In a sea of hot pink and blue T-shirts, NEA -Student and NEA-Retired members worked shoulder to shoulder hammering, gluing, writing, packing and creating at the Leaders Empowering Grassroots Advocacy for Communities and Youth (LEGACY) Project at the Student Leadership Conference July 1.
As dance music pumped through the cavernous conference room at the Walter E. Washington Convention Center in downtown Washington, D.C. the volunteers moved from table to table every 15 minutes to work on community service projects like building Little Free Libraries, putting together care packages for homeless shelters and creating beautifully decorated hand-puppets containing notes of inspiration for cancer patients.
Helping Hand for Cancer Patients
“As future educators we know that we must see to the needs of students and the community beyond the walls of our classrooms,” says Tadean Page, an NEA Student member of The South Carolina Education Association and junior at Winthrop University. In his message to a person battling cancer, he wrote “You are strong. I believe in you.” He followed that with what he says is a personal motto he shares with young people all the time: “You are enough and you do matter.”
Sitting beside him was Ruth Tan, a Tennessee Education Association Student Member and junior at Tennessee Technical University, who was putting the finishing touches on a colorful and glittery hand-puppet. “It goes without saying that educators give back to the community,” she says. “Giving back is why we want to educate in the first place. We want to support children and help them succeed, not just academically.”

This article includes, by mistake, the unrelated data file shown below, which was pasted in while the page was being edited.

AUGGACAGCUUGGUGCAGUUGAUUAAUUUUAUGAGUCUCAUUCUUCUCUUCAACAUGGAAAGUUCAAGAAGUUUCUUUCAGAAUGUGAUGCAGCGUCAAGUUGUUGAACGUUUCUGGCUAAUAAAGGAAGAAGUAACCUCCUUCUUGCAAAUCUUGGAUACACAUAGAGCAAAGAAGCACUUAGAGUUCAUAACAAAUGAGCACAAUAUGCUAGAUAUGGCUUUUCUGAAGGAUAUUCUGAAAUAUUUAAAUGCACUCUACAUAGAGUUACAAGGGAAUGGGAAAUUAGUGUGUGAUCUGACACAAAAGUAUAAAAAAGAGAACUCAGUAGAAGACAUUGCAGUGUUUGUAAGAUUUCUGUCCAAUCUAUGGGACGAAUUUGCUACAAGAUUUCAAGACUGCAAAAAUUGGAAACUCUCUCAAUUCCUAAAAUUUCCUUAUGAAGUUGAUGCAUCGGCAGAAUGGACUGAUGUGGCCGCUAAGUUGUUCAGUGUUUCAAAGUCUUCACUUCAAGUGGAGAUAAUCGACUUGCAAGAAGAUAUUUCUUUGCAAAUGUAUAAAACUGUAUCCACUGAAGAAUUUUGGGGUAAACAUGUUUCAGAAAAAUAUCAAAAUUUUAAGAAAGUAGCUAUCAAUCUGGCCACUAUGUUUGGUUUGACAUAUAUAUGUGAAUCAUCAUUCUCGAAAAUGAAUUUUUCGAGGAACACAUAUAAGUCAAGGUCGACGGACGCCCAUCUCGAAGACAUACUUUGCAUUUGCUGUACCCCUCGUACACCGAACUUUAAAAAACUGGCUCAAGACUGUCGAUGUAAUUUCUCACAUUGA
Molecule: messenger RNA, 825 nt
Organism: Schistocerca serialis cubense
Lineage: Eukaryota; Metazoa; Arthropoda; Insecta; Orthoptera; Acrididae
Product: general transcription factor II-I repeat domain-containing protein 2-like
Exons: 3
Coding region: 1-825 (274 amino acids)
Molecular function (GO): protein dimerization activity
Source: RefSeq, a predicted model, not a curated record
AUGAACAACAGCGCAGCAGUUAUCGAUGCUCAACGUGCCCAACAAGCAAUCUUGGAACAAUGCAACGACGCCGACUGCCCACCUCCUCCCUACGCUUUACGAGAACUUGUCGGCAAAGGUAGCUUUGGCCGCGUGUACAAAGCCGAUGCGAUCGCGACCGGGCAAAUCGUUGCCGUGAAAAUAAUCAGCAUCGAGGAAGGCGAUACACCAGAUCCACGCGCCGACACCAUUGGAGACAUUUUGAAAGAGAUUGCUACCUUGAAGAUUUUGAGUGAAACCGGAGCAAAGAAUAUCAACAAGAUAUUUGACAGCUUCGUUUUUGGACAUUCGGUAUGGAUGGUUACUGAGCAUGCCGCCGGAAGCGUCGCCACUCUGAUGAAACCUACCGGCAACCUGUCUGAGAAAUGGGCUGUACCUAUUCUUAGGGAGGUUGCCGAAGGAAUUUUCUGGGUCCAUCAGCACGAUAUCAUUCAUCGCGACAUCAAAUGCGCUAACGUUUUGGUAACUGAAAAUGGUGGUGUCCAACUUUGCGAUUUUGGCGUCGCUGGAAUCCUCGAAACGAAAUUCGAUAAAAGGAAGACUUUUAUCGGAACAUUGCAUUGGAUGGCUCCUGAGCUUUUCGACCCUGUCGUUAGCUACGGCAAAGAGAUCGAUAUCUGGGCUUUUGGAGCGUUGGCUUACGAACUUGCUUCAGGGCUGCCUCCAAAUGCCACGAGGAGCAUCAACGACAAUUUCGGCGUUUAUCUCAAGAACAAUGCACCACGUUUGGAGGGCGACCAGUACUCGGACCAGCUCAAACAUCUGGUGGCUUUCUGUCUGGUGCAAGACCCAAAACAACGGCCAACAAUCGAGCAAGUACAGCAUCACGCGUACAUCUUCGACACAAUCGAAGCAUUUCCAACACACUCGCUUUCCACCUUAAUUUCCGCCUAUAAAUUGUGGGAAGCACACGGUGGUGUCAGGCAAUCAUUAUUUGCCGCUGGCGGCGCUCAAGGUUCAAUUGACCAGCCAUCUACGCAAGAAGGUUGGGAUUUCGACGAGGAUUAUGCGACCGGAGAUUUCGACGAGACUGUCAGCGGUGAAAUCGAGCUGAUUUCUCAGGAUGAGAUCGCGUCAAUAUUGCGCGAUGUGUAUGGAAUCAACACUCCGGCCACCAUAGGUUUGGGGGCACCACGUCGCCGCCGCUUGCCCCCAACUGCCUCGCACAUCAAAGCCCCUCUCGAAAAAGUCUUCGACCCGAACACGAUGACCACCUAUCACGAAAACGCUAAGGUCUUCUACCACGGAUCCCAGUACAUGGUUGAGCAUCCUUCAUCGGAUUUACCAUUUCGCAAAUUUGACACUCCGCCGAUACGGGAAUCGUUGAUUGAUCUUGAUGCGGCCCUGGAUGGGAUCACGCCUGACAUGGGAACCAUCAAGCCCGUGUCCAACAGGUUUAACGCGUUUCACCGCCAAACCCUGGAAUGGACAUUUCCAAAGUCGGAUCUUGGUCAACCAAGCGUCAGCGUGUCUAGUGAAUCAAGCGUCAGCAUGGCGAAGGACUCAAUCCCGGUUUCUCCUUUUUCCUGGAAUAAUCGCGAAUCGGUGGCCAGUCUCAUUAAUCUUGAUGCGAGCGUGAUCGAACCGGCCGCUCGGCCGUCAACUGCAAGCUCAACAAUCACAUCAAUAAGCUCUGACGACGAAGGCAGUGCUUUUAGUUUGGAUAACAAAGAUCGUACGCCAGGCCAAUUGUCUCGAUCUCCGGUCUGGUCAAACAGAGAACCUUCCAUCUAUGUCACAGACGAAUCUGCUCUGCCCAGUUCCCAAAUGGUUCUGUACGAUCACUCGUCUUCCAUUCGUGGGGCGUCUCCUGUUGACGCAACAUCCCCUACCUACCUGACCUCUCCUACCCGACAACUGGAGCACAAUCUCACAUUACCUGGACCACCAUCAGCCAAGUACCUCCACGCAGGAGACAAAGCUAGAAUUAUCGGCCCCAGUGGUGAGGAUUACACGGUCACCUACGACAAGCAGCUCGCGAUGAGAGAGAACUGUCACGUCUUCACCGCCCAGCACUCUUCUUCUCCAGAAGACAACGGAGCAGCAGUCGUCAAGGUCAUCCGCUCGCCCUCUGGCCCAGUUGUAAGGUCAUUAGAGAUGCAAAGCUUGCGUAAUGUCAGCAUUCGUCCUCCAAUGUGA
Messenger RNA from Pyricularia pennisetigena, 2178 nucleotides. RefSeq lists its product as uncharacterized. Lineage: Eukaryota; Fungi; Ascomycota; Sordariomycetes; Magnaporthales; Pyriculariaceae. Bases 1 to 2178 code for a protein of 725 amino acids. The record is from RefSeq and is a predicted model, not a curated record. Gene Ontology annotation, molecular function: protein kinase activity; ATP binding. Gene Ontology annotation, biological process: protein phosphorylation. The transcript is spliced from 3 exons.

Hand-written Messages to Students and Teachers
At the “Pencils of Hope” station, where the volunteers stuffed backpacks with school supplies, they also wrote notes to students wishing them well on their first days of school.
“The themes in my note are that education is important, to always do your homework and that the good habits you develop in school now will pay off down the road when you get to college,” says Ciara Montgomery, a junior at Spelman College in Atlanta, Georgia.
Larry Koenck, a retired elementary physical education teacher from Minnesota, and Roger Sharp, a retired math teacher from Indiana, were at a letter-writing station to encourage educators to become mentors to student teachers.
“In our state there are new teachers who’ve never seen a raise, who’ve been flatlined and who need to feel supported or even more will leave the profession,” says Sharp. “In our letters we’re sharing our experiences as mentors and how gratifying it is to take these young people, who are so idealistic and enthusiastic, and help mold them into someone with the skills and professional commitment to be a great educator.”
At Samantha Mattingly’s table, a group of student members were working on building a Little Free Library, a doll house-sized box that will stand on a post in a community that needs more access to books.
“As educators, we are all about helping students get books they might not otherwise get at home,” says Mattingly, who is the state president of the Iowa Student NEA Program. “This hands-on project is the perfect way to introduce future educators to how to lead hands-on projects in their classrooms, and by working with retired members, it’s the perfect way to show them how being an NEA member is like being a part of a family.”